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Littoral does not always mean enemy bases near by. But enemy is certainly more likely. A good DAS is rather important. But that is a project issue and not Merlin specific.
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Old 13th Apr 2004, 08:53   #110 (permalink)
 
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Littoral

Littoral Region:

"Coastal sea areas and that portion of the land which is suscepticle to influence or support from the sea"

Everyday's a school day.

TR
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Old 13th Apr 2004, 11:30   #111 (permalink)
 
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Quote:
The twin wheels on the Mk 3 is an item that the Mk 1 dearly needs! With only single wheels of the main undercarriage it imposes too many operating restrictions,
The problem with having twin wheels on the Mk.1 is that you immediately hit operating restrictions in terms of the Mk.1's home base, which oftimes are ships as small as a Frigate. To maneouvre in the tight comfines of a ship of that size requires an undercarriage that can castor on a helo that big, you don't get that with twin wheels. So there is a good reason for that single wheel main UC, even if it restricts the helo in terms of other ground environments like rough and/or grass. . . .As far as I can see all the Italian aircraft of whatever flavour have twin wheel mains, but even their ASuW ones are land based where it's not an issue, and even if they go to sea it'll be on ships like the Guissepe Garibaldi where moving them around won't be an issue.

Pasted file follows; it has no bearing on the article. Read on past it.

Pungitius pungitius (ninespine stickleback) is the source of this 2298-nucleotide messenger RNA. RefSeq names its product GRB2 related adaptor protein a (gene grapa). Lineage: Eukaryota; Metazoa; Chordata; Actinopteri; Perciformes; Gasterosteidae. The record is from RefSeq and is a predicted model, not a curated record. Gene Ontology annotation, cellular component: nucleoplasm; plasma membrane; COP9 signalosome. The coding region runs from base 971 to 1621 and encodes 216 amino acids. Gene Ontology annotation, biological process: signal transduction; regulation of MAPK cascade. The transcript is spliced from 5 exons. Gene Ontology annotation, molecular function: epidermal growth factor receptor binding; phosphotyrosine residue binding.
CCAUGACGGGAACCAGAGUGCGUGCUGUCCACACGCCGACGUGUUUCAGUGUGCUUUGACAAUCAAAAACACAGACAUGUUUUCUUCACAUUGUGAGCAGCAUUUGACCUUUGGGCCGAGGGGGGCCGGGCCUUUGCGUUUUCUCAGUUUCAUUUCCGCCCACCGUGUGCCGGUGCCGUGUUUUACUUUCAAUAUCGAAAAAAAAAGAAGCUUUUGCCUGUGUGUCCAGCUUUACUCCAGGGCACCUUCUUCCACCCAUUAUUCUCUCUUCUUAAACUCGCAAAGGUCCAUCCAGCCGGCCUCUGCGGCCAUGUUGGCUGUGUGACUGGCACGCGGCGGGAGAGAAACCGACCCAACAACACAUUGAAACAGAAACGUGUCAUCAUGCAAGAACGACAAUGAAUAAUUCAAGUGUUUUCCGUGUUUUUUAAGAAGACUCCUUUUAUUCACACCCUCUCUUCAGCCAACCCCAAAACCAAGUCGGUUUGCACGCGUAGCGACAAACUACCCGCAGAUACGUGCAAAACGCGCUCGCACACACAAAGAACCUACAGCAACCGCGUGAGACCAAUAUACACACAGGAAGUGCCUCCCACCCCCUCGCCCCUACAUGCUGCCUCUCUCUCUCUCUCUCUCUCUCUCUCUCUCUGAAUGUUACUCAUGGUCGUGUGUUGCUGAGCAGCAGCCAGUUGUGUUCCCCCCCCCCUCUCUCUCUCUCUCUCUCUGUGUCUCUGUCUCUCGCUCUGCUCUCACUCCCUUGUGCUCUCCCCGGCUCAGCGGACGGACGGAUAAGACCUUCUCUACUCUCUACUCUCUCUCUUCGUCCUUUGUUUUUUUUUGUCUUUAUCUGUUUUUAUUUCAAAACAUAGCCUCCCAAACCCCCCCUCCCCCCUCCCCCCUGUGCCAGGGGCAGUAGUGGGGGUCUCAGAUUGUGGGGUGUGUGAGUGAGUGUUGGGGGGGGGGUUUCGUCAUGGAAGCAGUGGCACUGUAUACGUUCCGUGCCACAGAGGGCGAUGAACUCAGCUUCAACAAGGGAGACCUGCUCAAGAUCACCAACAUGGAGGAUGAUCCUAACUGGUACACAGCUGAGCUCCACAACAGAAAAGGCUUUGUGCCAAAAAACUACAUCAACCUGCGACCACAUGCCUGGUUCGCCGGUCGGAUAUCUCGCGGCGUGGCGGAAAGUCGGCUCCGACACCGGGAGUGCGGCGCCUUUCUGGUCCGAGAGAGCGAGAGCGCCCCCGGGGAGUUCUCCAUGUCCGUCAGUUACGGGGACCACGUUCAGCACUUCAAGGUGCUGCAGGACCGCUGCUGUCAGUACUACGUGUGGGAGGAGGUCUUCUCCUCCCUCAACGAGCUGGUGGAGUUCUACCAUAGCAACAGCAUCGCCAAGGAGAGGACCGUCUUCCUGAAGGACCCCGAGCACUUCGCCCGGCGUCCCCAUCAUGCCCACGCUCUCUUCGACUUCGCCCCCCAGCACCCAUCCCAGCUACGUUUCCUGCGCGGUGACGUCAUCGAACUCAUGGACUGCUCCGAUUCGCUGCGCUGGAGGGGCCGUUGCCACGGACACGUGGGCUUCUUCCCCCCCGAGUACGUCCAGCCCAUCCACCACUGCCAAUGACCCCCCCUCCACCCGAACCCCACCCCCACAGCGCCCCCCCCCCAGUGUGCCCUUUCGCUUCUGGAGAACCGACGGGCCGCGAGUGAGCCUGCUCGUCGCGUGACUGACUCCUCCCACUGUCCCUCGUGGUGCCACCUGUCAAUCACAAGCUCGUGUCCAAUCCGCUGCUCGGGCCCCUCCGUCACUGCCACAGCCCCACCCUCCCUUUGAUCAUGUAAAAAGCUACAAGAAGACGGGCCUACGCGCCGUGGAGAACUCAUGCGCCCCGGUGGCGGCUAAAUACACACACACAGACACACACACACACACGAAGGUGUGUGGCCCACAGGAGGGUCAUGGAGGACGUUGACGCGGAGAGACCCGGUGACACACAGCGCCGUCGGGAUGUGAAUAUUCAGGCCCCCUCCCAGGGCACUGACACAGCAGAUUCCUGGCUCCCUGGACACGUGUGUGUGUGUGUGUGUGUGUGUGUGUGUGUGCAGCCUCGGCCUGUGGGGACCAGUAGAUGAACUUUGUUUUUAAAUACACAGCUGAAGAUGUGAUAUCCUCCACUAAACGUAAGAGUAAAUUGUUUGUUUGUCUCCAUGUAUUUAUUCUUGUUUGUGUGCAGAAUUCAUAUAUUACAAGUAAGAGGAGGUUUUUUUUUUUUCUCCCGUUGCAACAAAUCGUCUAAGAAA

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Old 14th Apr 2004, 19:09   #112 (permalink)
 
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We can castor the Mk 3 OK?!
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Old 14th Apr 2004, 19:14   #113 (permalink)